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Alarming majority of businesses have misconceptions about cloud

31 Oct 2017

A new study has emerged that indicates the majority of (56 percent) global organisations operate with a cloud-first mentality when it comes to deploying new applications and managing workloads.

Undertaken by Vanson Bourne and commissioned by Veritas, ‘The Truth in Cloud’ study surveyed 1,200 global business and IT decision makers to reveal that customers are embracing the multi-cloud as a key component of their business strategies.

Interestingly, only one percent of respondents reported that they will not be adopting cloud over the next two years.

However, Veritas says there were some alarming findings, with the main concern being significant misconceptions exist on the responsibility for data management, with 69 percent of organisations wrongfully believing data protection, data privacy and compliance are the responsibility of the cloud service provider.

Within the survey, customers indicated they use a variety of cloud service providers, including public clouds and hosted private clouds.

With respect to Infrastructure as a Service (IaaS) specifically, 67 percent of organisations state they use, or plan to use, two or more cloud providers. Meanwhile, 42 percent say they are using or plan to use three or more cloud providers, with common goals of improving resiliency and data security as well as reducing capital expenditures (Capex) and operating expenses (Opex).

As aforementioned, there are a number of misconceptions surrounding data management in the public cloud, with key findings including:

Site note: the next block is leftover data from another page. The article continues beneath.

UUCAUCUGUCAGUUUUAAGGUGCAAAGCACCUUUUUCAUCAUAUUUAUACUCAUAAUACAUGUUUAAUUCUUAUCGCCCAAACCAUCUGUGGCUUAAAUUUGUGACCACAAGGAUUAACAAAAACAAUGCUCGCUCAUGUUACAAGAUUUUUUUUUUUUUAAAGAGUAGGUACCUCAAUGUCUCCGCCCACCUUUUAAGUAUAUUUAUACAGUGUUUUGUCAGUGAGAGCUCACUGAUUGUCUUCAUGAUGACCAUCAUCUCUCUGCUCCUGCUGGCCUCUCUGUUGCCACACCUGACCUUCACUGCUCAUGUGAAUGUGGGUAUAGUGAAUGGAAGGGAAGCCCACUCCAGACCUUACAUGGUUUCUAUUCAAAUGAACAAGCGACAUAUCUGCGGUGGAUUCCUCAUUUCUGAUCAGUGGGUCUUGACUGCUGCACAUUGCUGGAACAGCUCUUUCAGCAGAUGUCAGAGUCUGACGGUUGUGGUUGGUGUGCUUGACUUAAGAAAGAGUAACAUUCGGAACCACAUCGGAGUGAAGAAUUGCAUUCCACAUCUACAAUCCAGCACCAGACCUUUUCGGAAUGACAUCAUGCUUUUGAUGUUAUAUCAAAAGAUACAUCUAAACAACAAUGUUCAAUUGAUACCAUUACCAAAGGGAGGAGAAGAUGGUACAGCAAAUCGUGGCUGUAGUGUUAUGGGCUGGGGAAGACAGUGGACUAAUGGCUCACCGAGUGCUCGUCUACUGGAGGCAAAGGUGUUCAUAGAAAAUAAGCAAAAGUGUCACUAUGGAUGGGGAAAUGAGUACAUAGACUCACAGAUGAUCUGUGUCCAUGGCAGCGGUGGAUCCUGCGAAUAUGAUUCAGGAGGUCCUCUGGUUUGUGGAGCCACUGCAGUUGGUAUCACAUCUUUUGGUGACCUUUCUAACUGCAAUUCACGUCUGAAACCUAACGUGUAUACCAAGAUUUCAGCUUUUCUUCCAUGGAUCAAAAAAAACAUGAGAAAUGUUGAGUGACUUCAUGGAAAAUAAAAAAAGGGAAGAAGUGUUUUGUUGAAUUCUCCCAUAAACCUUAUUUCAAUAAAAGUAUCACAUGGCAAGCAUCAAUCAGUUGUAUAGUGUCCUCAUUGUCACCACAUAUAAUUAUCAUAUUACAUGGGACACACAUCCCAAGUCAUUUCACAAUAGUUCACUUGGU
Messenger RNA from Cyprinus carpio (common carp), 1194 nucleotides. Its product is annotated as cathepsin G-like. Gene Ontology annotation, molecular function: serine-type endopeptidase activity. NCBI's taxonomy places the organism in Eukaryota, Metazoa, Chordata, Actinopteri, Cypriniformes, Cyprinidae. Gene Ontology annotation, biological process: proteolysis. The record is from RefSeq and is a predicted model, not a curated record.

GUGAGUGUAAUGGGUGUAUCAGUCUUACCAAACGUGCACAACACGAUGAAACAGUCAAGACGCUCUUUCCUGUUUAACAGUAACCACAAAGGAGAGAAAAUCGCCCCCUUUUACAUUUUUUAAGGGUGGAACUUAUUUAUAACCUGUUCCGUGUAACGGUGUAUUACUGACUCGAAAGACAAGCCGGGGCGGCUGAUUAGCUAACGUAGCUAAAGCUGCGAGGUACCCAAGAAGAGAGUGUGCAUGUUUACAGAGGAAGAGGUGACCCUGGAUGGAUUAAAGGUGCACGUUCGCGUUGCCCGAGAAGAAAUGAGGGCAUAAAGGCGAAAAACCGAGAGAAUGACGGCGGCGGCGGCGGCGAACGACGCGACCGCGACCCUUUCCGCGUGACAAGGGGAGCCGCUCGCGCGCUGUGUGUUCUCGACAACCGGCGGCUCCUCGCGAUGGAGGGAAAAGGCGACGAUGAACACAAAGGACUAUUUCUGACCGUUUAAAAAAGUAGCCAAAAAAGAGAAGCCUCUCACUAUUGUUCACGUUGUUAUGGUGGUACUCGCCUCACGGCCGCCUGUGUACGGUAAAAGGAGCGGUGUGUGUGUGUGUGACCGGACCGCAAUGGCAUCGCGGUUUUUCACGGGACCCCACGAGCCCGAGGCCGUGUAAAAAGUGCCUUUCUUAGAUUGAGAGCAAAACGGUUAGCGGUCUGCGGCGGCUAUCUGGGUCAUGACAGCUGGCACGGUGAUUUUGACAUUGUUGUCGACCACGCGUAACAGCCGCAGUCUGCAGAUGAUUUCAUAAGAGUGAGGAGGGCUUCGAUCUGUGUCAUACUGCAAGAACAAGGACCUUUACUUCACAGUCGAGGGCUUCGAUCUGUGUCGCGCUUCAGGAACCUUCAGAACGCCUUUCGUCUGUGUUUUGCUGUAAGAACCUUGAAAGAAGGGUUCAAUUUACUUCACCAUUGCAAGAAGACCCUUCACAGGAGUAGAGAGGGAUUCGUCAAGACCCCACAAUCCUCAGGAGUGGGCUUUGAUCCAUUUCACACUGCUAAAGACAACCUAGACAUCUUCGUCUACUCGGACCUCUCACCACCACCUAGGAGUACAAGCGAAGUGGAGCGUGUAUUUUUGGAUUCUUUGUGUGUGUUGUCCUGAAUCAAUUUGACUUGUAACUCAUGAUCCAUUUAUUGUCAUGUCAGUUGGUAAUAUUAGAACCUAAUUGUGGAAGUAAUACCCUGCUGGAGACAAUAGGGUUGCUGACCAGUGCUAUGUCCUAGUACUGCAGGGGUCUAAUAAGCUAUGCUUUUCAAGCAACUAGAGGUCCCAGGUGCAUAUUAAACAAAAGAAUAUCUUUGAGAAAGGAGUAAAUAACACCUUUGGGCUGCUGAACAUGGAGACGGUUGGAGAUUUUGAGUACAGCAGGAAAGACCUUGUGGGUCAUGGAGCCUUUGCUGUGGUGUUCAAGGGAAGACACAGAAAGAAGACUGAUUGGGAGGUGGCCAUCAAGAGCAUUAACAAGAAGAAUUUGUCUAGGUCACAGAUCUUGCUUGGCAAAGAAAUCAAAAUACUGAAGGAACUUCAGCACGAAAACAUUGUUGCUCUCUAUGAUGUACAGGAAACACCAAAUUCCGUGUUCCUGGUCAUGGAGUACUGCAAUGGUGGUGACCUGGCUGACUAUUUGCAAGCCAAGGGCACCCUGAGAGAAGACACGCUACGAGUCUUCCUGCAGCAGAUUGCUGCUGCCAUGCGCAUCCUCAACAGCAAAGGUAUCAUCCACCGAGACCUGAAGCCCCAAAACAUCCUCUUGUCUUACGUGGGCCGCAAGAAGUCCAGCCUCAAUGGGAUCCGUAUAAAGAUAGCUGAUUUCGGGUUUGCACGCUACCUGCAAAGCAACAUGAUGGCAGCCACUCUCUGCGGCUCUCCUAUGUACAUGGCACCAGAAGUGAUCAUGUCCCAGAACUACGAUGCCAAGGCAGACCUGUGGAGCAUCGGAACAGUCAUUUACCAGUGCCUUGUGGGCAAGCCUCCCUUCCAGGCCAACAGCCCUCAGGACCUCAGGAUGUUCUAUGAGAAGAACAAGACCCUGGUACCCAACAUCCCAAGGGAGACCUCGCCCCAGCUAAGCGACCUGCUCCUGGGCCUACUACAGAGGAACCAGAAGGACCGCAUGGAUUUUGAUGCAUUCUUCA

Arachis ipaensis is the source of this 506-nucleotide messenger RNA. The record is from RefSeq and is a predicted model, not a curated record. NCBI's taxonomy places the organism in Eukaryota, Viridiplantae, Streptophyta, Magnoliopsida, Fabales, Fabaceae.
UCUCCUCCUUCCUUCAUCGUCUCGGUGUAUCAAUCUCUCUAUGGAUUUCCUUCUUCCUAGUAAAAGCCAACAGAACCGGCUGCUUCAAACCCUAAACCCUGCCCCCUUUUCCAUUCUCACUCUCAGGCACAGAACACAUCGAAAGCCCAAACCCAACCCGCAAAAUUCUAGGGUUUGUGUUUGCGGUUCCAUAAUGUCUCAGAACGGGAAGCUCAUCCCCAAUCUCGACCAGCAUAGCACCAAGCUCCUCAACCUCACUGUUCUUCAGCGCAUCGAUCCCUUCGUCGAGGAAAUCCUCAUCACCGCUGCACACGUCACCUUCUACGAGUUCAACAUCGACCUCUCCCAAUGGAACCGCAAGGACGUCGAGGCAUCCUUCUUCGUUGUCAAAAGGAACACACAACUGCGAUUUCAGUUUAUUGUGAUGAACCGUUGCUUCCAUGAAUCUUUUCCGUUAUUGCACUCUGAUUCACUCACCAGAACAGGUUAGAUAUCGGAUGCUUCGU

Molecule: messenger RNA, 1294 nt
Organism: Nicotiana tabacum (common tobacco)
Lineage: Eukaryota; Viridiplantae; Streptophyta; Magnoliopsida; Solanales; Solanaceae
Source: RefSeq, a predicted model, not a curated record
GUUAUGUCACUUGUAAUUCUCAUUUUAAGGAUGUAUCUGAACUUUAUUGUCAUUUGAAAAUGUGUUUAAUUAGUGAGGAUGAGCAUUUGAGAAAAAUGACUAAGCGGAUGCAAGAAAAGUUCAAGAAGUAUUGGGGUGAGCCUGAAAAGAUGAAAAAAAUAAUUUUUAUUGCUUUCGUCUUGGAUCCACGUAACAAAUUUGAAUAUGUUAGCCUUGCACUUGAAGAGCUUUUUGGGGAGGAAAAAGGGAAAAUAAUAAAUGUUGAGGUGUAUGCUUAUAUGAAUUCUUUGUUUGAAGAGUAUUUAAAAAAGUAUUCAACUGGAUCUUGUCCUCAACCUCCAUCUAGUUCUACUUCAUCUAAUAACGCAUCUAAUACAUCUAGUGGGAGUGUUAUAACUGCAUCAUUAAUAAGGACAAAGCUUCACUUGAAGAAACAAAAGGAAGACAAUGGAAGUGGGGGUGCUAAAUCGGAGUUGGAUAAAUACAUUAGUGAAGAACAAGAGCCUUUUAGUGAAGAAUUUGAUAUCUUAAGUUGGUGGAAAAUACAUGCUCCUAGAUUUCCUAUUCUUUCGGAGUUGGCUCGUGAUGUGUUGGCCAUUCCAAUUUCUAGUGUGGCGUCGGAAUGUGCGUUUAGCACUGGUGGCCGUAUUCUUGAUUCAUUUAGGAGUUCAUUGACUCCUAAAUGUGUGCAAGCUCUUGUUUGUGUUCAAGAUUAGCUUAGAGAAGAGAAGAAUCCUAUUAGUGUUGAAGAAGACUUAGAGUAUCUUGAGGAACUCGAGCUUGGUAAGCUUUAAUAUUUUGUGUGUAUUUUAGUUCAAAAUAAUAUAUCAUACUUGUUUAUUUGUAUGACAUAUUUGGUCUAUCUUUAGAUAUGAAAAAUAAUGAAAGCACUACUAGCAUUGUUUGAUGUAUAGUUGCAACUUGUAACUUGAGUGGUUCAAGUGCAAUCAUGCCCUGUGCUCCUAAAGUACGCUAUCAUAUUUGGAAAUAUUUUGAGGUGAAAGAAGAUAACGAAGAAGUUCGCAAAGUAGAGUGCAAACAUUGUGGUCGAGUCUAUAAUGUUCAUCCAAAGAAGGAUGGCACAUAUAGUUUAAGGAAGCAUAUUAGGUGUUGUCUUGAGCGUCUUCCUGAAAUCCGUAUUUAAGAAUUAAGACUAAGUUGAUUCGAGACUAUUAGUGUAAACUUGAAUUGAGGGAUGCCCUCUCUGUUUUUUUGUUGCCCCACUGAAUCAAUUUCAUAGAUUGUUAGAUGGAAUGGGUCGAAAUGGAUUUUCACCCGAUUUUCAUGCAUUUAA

• 83 percent of organisations that use or plan to use IaaS believe that their cloud service provider takes care of protecting their data in the cloud
  • 54 percent believe it is the responsibility of the cloud service provider to securely transfer data between on-premises and cloud
  • 51 percent believe it is the responsibility of the cloud service provider to back up workloads in the cloud
  • 55 per cent also believe that application uptime is the responsibility of the cloud provider

Executive vice president and chief product officer at Veritas, Mike Palmer says their legal teams reviewed contracts from multiple public cloud service providers to help the company understand what customers and cloud service providers are responsible for with respect to data management in the public cloud.

“Despite customers’ belief that cloud providers hold the responsibility of data management, cloud service provider contracts usually place data management responsibility on customers. Our research backed up our assumptions that the primary responsibility for data management lies with the customer,” Palmer says.

“Veritas fully embraces a multi-cloud approach and is partnering with many leading cloud service providers to help customers manage and extract maximum value from their applications and data.”

Another important area is the rise in multi-cloud adoption with many organisations facing challenges getting to the cloud, which include:

  • Complexity with cloud migration (37 percent)
  • Legacy technology limitations (36 percent)
  • Lack of in-house skills (38 percent)
  • Lack of a clear strategy (32 percent)
  • Data silos (27 percent)

Respondents stated that data privacy, security and compliance, workload performance and uptime are the top deciding factors impacting cloud provider selection.

And in regards to the future, It spending on cloud technologies, including public cloud providers, is expected to rise from 12 percent in 2017 to 18 percent within the next two years. Veritas expects the trend to continue and increase, as 58 percent of organisations that currently use one cloud provider indicate they plan to expand their portfolio across multiple cloud platforms.

“As more companies embrace a cloud-first mentality, the need to navigate the complexities of a multi-cloud world is critical. As with on-premises environments, customers should consider all aspects of data management as they journey to the cloud, from data protection, compliance readiness, and workload portability to business continuity and storage optimisation,” says Palmer.

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